and 2 indicate the number of message bits that are required for the formation of the last parity bit contained within the' brackets. Therefore the fixed data information group length transmitted signals.
- 3 obtained by utilizing the transmission method shown in FIG. 1, does not result when the transmission method shown in FIG. 2 is used. The transmission method shown in FIG. 2 provides instead for the encoding of message signals by using selected ratios of parity bits interspersed within the information bits comprising the message signal. Therefore various codes may be employed. For example, the ratio of information bits to parity bits transmitted may be 4:1, :2, etc. Depending upon the number of message bits from which a parity bit is formed, the number of correctable bits according to the invention for the. information bit to parity bit ratio of lzl is shown by the following table:
l 12 v24 3 22 44 4 34 68 s I 52 104 6 The first column (A) indicates the number of information bits used to form a parity bit. The second column (B) indicates the total number of information and'parity bits comprising a particular data information group, assuming the type of transmission consisting of alternate information and parity bits shown in FIG. 2 is utilized. The third column (C) indicates the number of correctable bits within the total number of bits in dicated in the corresponding row of column B).
The transmission method employed according to the inven tion involves simultaneous application of frequency and time spacing techniques. Thus the message signal is transmitted as a first transmission signal in a first channelat a first frequency,
and the same message signal is transmitted as a second transmission signal in a second channel at a second frequency that is different from the first frequency. Additionally, the first and secondtransmission signals are time spaced. Simultaneous application of frequency multiplexing and time spacing techniques.counterbalances the unfavorable increase in step speed associated with the multipath spreading efiects accompanying solely timediversitymethods. Distortion in the data information groups is countered very effectively by the time spacing of the two transmitted signals. Therefore the storage capability requirements at the transmitting and receiving ends are considerably lessened compared to prior art methods wherein'the transmission path is shared on a time basis by the Any remaining distorted steps are recognized and eliminated through the transmission method shown in FIG. 2, wherein the parity bits are interspersed with the individual information bits comprising the message signal. For example,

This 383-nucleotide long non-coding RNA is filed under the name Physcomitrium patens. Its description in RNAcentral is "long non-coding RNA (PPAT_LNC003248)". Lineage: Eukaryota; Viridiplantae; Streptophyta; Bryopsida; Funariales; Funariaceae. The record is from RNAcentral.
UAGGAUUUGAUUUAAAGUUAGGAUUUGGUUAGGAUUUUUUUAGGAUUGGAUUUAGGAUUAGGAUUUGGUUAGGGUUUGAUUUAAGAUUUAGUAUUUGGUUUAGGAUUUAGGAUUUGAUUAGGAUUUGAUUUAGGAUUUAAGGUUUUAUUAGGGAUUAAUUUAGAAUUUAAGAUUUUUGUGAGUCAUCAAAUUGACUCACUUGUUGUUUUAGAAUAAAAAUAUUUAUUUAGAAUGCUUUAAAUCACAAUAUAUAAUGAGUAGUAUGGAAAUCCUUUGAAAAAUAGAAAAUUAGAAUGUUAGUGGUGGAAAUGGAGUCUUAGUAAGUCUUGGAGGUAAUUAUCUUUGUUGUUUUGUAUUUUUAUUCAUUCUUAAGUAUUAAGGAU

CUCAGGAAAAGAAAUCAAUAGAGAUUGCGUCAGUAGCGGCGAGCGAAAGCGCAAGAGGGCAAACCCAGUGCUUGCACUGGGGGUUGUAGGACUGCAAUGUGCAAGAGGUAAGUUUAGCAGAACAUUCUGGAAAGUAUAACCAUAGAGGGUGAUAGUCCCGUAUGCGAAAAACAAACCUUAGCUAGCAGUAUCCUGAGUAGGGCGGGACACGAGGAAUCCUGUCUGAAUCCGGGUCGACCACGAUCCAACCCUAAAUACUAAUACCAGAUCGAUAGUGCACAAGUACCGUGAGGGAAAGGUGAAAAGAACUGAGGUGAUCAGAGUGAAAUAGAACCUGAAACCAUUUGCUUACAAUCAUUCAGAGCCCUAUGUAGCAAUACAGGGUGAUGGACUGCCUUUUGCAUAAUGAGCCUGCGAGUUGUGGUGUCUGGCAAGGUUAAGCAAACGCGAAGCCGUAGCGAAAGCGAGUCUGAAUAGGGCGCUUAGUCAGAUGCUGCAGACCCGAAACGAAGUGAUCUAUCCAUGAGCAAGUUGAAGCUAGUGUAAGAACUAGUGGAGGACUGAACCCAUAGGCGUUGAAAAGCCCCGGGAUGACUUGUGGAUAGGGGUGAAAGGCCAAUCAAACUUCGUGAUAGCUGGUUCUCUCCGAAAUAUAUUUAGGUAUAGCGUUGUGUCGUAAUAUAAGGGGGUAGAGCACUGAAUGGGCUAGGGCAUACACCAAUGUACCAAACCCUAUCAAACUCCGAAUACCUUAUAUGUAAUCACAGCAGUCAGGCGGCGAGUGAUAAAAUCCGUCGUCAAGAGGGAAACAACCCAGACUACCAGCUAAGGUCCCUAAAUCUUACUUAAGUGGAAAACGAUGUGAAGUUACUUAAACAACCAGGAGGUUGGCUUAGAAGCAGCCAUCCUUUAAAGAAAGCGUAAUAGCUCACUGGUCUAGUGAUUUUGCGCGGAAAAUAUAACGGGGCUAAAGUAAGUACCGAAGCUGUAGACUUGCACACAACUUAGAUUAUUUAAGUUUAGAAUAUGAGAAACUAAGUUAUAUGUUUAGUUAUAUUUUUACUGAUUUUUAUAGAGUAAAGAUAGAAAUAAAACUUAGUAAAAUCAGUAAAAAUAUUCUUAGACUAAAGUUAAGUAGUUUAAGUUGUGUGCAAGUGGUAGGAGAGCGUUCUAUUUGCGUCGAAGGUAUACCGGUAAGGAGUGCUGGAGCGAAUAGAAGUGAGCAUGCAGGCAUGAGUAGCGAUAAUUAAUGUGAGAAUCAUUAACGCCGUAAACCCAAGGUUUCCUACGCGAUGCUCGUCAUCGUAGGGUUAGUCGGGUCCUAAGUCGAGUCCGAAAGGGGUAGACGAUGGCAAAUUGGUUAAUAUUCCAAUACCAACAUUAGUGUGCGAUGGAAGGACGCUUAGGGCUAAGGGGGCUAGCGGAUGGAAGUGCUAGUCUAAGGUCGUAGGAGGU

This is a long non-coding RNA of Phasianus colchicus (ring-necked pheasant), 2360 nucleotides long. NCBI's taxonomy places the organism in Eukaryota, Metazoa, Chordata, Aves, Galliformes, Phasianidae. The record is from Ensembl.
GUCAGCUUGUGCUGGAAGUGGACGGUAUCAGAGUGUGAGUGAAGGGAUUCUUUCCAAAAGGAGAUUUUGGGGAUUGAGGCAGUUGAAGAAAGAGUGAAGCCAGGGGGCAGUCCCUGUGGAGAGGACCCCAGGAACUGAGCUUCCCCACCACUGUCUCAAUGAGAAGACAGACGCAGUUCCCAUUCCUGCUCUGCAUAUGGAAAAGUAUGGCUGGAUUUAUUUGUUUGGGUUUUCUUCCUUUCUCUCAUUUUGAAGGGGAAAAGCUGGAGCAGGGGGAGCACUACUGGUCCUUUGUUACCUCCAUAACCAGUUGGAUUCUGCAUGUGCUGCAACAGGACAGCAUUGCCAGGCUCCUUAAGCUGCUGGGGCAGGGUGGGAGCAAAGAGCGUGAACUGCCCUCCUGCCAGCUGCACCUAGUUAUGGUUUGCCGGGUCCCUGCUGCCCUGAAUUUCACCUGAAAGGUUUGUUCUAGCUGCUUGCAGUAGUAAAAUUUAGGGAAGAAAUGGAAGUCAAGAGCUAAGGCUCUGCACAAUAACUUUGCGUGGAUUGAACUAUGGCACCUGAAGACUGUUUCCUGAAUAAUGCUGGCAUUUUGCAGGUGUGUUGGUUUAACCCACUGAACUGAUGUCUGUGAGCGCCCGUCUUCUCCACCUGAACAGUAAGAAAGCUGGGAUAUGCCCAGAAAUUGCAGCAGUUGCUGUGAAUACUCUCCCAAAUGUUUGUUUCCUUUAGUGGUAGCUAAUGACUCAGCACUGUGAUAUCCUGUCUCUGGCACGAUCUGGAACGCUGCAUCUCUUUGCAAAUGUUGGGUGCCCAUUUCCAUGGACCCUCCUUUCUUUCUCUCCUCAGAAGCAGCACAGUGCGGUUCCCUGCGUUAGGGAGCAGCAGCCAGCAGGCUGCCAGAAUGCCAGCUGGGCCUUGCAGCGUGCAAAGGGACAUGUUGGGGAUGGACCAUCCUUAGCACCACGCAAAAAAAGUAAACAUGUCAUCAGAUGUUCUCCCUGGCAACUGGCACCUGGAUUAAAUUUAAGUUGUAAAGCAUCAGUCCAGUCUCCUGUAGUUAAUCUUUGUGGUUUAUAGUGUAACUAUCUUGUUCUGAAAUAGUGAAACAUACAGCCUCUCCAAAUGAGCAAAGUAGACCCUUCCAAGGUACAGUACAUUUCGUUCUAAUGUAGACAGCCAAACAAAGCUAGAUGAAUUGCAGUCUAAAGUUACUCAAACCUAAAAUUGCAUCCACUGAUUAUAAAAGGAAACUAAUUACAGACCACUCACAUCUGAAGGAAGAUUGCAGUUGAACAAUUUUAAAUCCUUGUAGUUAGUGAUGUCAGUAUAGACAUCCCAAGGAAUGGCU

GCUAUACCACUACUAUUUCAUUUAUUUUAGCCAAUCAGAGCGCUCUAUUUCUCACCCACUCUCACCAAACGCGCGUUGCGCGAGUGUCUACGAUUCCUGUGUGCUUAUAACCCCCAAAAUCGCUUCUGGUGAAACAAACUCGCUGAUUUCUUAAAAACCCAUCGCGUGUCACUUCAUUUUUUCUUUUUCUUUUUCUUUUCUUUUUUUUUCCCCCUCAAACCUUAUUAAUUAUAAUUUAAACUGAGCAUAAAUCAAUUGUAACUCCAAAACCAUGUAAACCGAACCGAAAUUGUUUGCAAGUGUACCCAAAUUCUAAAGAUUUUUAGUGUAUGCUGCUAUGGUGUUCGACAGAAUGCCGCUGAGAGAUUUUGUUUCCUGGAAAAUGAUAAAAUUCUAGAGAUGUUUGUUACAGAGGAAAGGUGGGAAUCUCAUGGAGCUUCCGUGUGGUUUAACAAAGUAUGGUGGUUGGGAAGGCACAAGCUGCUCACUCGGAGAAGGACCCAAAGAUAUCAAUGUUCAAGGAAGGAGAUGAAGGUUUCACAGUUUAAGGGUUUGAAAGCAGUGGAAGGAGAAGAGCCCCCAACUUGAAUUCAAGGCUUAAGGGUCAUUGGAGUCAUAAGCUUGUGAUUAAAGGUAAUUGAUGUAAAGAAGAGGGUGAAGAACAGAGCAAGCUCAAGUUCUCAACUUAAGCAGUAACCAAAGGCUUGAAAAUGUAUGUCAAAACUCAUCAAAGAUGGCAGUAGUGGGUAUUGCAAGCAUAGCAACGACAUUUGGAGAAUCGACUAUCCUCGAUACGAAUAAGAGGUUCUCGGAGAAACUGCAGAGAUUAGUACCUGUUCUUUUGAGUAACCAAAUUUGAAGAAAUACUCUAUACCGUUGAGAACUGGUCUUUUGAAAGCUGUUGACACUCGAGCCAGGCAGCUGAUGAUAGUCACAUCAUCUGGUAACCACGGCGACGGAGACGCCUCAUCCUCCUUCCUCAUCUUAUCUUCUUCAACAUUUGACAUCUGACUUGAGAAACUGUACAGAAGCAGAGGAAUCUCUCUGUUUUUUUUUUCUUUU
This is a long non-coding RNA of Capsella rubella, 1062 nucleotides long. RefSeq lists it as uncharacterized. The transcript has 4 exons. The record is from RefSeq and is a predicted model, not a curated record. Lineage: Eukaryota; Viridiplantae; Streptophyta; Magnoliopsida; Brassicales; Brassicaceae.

according to the technique shown in FIG. 2, two out of each.
group of 12 steps can be corrected with conventional apparatus at minimal expenditure, without the need for employing a simultaneous or alternate call-back transmission path for repeat demands. The combination of the described frequency multiplexing and'time spacing techniques further functions to effectively counter permanent frequency selective distortions, and time limited but broad-band distortions. Thus the invention encompasses a method which comprises the utilization of frequency multiplexing and time spacing techniquesin conjunction with the transmission of parity bits interspersed according to a selected ratio with individual information'bits comprising the message signal. The interspersion technique of transmission further provides for the possibility of forward correction.
- Hamming distance d is a measure of the relativeefficiency of different codes. It indicates at how many placesany two code. signals pertaining to the same code areseparated by the minimum time interval. Codes with a hammingdistance #4 provide, in addition to. the correction of simply distorted signals, for the ascertaining of doubleierrors. However, codes having a hamming distance of d==4 cannot provide for the reconstruction of double distorted signals. Instead, a -smear signal must be given to indicate the distortion.
If the hamming distance is increased to d-S, single and double step distorted bits can be corrected. However the circuits required for such correction at the receiving end are normally expensive, with the exception of transmission systems employing the interspersion of parity bits within the individual information bits comprising a message signal described with relation to FIG. 2. Additionally, this type of transmission technique provides the advantage that it can be used with codes of any type and time duration, whereby redundancy approaches 50 percent.
The first example in the table wherein six information bits are used to form a parity bit is particularly advantageous because two correctable bits out of the total numberof 12 bits are obtained. The hanuning distance of this particular transmission method is therefore equal to 5. l r